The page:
[¶17] Fun Flight argues the trial court erred in concluding the forum selection clause required this case to be litigated exclusively in Ohio.

[¶18] The trial court ruled Ohio law governs the dispute between the parties. This ruling was not challenged on appeal, and, therefore, we apply Ohio law to this case. Because the trial court considered matters outside the pleadings to decide the motion to dismiss, we review the dismissal as granting a motion for summary judgment. See State ex rel. Scanlon v. Deters, 544 N.E.2d 680, 682 (Ohio 1989), overruled on other grounds, State ex rel. Steckman v. Jackson, 639 N.E.2d 83, 89 (Ohio 1994). The principal purpose of summary judgment under Ohio law is to enable movement beyond allegations in pleadings and to analyze the evidence so as to ascertain whether an actual need for trial exists. Ormet Primary Aluminum Corp. v. Employers Ins. of Wausau, 725 N.E.2d 646, 653 (Ohio 2000). Summary judgment is proper when there remains no genuine issue of material fact to be litigated and, when construing the evidence most strongly in favor of the nonmoving party, reasonable minds can only conclude that the moving party is entitled to judgment as a matter of law. Welco Industries, Inc. v. Applied Cos., 617 N.E.2d 1129, 1132 (Ohio 1993).

[¶19] In Aultman Hosp. v. Cmty. Mut. Ins. Co., 544 N.E.2d 920, 923 (Ohio 1989), the Ohio Supreme Court explained:

In construing any written instrument, the primary and paramount objective is to ascertain the intent of the parties. The general rule is that contracts should be construed so as to give effect to the intention of the parties. . . Where the parties, following negotiations, make mutual promises which thereafter are integrated into an unambiguous written contract, duly signed by them, courts will give effect to the parties' expressed intentions. (citations omitted). A contract is ambiguous if the contract language is susceptible of two conflicting but reasonable interpretations. United Tel. Co. v. Williams Excavating, Inc., 707 N.E.2d 1188, 1200 (Ohio App. 1997).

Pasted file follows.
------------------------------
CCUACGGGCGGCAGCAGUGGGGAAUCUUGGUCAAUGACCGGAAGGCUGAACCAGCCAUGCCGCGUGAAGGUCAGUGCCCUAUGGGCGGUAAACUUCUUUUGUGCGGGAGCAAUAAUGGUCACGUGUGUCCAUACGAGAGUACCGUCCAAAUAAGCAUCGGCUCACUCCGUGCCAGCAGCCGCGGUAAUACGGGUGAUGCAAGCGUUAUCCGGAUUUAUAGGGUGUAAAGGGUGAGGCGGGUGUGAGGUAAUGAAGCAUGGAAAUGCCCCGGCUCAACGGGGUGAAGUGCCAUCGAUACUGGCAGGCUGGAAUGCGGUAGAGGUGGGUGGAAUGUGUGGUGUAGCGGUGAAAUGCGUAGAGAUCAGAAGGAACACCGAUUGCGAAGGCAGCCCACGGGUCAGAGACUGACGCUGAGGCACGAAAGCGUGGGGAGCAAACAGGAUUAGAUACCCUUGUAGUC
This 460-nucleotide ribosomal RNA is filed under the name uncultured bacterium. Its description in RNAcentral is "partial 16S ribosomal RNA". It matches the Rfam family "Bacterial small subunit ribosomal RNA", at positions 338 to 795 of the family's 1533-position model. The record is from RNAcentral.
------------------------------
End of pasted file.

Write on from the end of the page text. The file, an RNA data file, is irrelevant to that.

[¶20] The contract in this case provides, "Buyer and Seller consent to the jurisdiction of the courts of the State of Ohio and to venue in Cuyahoga County." In Valmac Indus., Inc. v. Ecotech Mach., Inc., 738 N.E.2d 873, 874 (Ohio App. 2000), the Ohio Court of Appeals construed a forum selection clause substantively identical to the one in this case, which stated "`For all disputes or controversies which may arise in connection with this Contract, the parties hereby consent to the jurisdiction and venue of the Courts of the State of Georgia, and of the Federal Court sitting in the State of Georgia.'" The court stated: